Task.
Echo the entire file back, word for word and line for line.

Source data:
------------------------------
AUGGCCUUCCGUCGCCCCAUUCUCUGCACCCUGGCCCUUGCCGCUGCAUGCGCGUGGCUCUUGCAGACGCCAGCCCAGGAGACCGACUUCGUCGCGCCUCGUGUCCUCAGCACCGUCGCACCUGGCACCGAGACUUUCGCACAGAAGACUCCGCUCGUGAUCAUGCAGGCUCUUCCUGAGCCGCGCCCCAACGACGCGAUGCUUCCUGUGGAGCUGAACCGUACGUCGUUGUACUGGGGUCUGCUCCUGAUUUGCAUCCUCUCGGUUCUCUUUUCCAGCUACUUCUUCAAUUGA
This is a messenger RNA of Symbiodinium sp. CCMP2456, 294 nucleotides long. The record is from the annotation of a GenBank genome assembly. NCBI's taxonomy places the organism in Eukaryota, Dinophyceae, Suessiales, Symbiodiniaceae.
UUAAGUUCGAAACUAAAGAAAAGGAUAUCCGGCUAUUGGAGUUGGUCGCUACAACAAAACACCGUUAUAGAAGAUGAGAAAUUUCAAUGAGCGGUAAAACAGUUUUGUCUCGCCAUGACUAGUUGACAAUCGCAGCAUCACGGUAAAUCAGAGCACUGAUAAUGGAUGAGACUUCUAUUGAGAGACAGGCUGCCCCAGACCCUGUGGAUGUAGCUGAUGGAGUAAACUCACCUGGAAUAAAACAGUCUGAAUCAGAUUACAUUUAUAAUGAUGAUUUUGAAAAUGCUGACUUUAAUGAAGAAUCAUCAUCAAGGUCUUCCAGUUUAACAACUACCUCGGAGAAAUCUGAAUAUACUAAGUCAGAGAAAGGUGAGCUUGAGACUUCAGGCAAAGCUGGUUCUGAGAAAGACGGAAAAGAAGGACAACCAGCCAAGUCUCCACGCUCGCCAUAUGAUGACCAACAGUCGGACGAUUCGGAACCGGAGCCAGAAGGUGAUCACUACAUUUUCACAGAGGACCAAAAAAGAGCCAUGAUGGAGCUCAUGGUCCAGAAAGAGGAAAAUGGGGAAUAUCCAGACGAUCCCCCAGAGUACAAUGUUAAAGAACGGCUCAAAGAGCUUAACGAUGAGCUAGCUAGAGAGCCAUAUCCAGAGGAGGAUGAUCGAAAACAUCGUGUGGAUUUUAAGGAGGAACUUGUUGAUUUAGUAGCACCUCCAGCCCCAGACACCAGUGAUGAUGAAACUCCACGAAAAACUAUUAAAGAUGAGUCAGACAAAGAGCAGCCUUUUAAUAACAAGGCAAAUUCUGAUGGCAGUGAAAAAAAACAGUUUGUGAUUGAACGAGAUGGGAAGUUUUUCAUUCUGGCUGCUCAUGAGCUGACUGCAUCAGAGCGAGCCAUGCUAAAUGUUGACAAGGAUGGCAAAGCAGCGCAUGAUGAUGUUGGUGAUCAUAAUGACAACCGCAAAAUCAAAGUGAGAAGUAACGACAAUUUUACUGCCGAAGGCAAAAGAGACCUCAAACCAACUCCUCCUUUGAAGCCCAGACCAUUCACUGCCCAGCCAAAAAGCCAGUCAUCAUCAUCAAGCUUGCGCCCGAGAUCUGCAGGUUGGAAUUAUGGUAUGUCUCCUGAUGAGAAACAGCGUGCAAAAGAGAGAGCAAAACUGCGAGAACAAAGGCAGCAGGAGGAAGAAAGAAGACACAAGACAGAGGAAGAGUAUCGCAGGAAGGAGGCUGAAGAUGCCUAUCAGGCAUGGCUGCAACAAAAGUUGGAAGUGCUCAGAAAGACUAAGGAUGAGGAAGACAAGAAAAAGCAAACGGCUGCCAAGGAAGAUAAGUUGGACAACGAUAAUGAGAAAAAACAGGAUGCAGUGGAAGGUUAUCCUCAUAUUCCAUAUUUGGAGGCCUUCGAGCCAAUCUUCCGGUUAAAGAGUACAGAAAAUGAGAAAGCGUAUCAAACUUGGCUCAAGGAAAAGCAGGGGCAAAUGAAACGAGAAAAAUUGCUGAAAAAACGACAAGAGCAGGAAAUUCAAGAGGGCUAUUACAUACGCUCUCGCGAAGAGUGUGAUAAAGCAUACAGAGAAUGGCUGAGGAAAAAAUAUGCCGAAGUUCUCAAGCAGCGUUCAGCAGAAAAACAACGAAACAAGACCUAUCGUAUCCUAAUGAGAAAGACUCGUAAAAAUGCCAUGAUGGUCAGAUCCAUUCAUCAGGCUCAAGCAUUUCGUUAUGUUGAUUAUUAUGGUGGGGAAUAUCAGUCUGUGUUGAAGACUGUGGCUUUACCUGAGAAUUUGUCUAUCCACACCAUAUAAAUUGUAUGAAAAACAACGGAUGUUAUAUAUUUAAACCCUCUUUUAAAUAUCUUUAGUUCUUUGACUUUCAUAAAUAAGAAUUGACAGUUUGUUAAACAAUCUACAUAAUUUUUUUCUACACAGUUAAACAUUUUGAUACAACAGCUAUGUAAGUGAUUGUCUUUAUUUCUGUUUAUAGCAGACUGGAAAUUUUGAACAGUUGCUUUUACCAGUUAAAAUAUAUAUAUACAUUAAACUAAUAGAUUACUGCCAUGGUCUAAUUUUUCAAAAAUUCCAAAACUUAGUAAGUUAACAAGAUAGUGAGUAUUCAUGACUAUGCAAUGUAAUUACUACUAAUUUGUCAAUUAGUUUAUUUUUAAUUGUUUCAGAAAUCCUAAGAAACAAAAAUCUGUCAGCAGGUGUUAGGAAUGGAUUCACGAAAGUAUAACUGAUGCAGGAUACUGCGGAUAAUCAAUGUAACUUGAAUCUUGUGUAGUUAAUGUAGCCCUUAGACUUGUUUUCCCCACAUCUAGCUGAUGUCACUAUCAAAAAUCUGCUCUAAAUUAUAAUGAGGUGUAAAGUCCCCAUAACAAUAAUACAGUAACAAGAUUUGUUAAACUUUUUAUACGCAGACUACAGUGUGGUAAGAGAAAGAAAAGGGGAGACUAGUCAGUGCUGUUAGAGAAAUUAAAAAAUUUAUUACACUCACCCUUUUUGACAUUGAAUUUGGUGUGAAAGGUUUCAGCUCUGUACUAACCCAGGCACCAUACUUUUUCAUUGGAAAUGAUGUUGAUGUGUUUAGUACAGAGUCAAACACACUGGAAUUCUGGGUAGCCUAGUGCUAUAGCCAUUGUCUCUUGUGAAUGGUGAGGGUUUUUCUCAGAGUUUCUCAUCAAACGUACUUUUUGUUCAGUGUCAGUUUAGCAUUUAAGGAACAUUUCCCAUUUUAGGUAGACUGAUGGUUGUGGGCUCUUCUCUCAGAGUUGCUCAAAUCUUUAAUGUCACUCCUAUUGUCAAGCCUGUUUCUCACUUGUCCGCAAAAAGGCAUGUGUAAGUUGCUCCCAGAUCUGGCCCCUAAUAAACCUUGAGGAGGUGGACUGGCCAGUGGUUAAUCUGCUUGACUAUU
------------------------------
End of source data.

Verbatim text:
AUGGCCUUCCGUCGCCCCAUUCUCUGCACCCUGGCCCUUGCCGCUGCAUGCGCGUGGCUCUUGCAGACGCCAGCCCAGGAGACCGACUUCGUCGCGCCUCGUGUCCUCAGCACCGUCGCACCUGGCACCGAGACUUUCGCACAGAAGACUCCGCUCGUGAUCAUGCAGGCUCUUCCUGAGCCGCGCCCCAACGACGCGAUGCUUCCUGUGGAGCUGAACCGUACGUCGUUGUACUGGGGUCUGCUCCUGAUUUGCAUCCUCUCGGUUCUCUUUUCCAGCUACUUCUUCAAUUGA
This is a messenger RNA of Symbiodinium sp. CCMP2456, 294 nucleotides long. The record is from the annotation of a GenBank genome assembly. NCBI's taxonomy places the organism in Eukaryota, Dinophyceae, Suessiales, Symbiodiniaceae.
UUAAGUUCGAAACUAAAGAAAAGGAUAUCCGGCUAUUGGAGUUGGUCGCUACAACAAAACACCGUUAUAGAAGAUGAGAAAUUUCAAUGAGCGGUAAAACAGUUUUGUCUCGCCAUGACUAGUUGACAAUCGCAGCAUCACGGUAAAUCAGAGCACUGAUAAUGGAUGAGACUUCUAUUGAGAGACAGGCUGCCCCAGACCCUGUGGAUGUAGCUGAUGGAGUAAACUCACCUGGAAUAAAACAGUCUGAAUCAGAUUACAUUUAUAAUGAUGAUUUUGAAAAUGCUGACUUUAAUGAAGAAUCAUCAUCAAGGUCUUCCAGUUUAACAACUACCUCGGAGAAAUCUGAAUAUACUAAGUCAGAGAAAGGUGAGCUUGAGACUUCAGGCAAAGCUGGUUCUGAGAAAGACGGAAAAGAAGGACAACCAGCCAAGUCUCCACGCUCGCCAUAUGAUGACCAACAGUCGGACGAUUCGGAACCGGAGCCAGAAGGUGAUCACUACAUUUUCACAGAGGACCAAAAAAGAGCCAUGAUGGAGCUCAUGGUCCAGAAAGAGGAAAAUGGGGAAUAUCCAGACGAUCCCCCAGAGUACAAUGUUAAAGAACGGCUCAAAGAGCUUAACGAUGAGCUAGCUAGAGAGCCAUAUCCAGAGGAGGAUGAUCGAAAACAUCGUGUGGAUUUUAAGGAGGAACUUGUUGAUUUAGUAGCACCUCCAGCCCCAGACACCAGUGAUGAUGAAACUCCACGAAAAACUAUUAAAGAUGAGUCAGACAAAGAGCAGCCUUUUAAUAACAAGGCAAAUUCUGAUGGCAGUGAAAAAAAACAGUUUGUGAUUGAACGAGAUGGGAAGUUUUUCAUUCUGGCUGCUCAUGAGCUGACUGCAUCAGAGCGAGCCAUGCUAAAUGUUGACAAGGAUGGCAAAGCAGCGCAUGAUGAUGUUGGUGAUCAUAAUGACAACCGCAAAAUCAAAGUGAGAAGUAACGACAAUUUUACUGCCGAAGGCAAAAGAGACCUCAAACCAACUCCUCCUUUGAAGCCCAGACCAUUCACUGCCCAGCCAAAAAGCCAGUCAUCAUCAUCAAGCUUGCGCCCGAGAUCUGCAGGUUGGAAUUAUGGUAUGUCUCCUGAUGAGAAACAGCGUGCAAAAGAGAGAGCAAAACUGCGAGAACAAAGGCAGCAGGAGGAAGAAAGAAGACACAAGACAGAGGAAGAGUAUCGCAGGAAGGAGGCUGAAGAUGCCUAUCAGGCAUGGCUGCAACAAAAGUUGGAAGUGCUCAGAAAGACUAAGGAUGAGGAAGACAAGAAAAAGCAAACGGCUGCCAAGGAAGAUAAGUUGGACAACGAUAAUGAGAAAAAACAGGAUGCAGUGGAAGGUUAUCCUCAUAUUCCAUAUUUGGAGGCCUUCGAGCCAAUCUUCCGGUUAAAGAGUACAGAAAAUGAGAAAGCGUAUCAAACUUGGCUCAAGGAAAAGCAGGGGCAAAUGAAACGAGAAAAAUUGCUGAAAAAACGACAAGAGCAGGAAAUUCAAGAGGGCUAUUACAUACGCUCUCGCGAAGAGUGUGAUAAAGCAUACAGAGAAUGGCUGAGGAAAAAAUAUGCCGAAGUUCUCAAGCAGCGUUCAGCAGAAAAACAACGAAACAAGACCUAUCGUAUCCUAAUGAGAAAGACUCGUAAAAAUGCCAUGAUGGUCAGAUCCAUUCAUCAGGCUCAAGCAUUUCGUUAUGUUGAUUAUUAUGGUGGGGAAUAUCAGUCUGUGUUGAAGACUGUGGCUUUACCUGAGAAUUUGUCUAUCCACACCAUAUAAAUUGUAUGAAAAACAACGGAUGUUAUAUAUUUAAACCCUCUUUUAAAUAUCUUUAGUUCUUUGACUUUCAUAAAUAAGAAUUGACAGUUUGUUAAACAAUCUACAUAAUUUUUUUCUACACAGUUAAACAUUUUGAUACAACAGCUAUGUAAGUGAUUGUCUUUAUUUCUGUUUAUAGCAGACUGGAAAUUUUGAACAGUUGCUUUUACCAGUUAAAAUAUAUAUAUACAUUAAACUAAUAGAUUACUGCCAUGGUCUAAUUUUUCAAAAAUUCCAAAACUUAGUAAGUUAACAAGAUAGUGAGUAUUCAUGACUAUGCAAUGUAAUUACUACUAAUUUGUCAAUUAGUUUAUUUUUAAUUGUUUCAGAAAUCCUAAGAAACAAAAAUCUGUCAGCAGGUGUUAGGAAUGGAUUCACGAAAGUAUAACUGAUGCAGGAUACUGCGGAUAAUCAAUGUAACUUGAAUCUUGUGUAGUUAAUGUAGCCCUUAGACUUGUUUUCCCCACAUCUAGCUGAUGUCACUAUCAAAAAUCUGCUCUAAAUUAUAAUGAGGUGUAAAGUCCCCAUAACAAUAAUACAGUAACAAGAUUUGUUAAACUUUUUAUACGCAGACUACAGUGUGGUAAGAGAAAGAAAAGGGGAGACUAGUCAGUGCUGUUAGAGAAAUUAAAAAAUUUAUUACACUCACCCUUUUUGACAUUGAAUUUGGUGUGAAAGGUUUCAGCUCUGUACUAACCCAGGCACCAUACUUUUUCAUUGGAAAUGAUGUUGAUGUGUUUAGUACAGAGUCAAACACACUGGAAUUCUGGGUAGCCUAGUGCUAUAGCCAUUGUCUCUUGUGAAUGGUGAGGGUUUUUCUCAGAGUUUCUCAUCAAACGUACUUUUUGUUCAGUGUCAGUUUAGCAUUUAAGGAACAUUUCCCAUUUUAGGUAGACUGAUGGUUGUGGGCUCUUCUCUCAGAGUUGCUCAAAUCUUUAAUGUCACUCCUAUUGUCAAGCCUGUUUCUCACUUGUCCGCAAAAAGGCAUGUGUAAGUUGCUCCCAGAUCUGGCCCCUAAUAAACCUUGAGGAGGUGGACUGGCCAGUGGUUAAUCUGCUUGACUAUU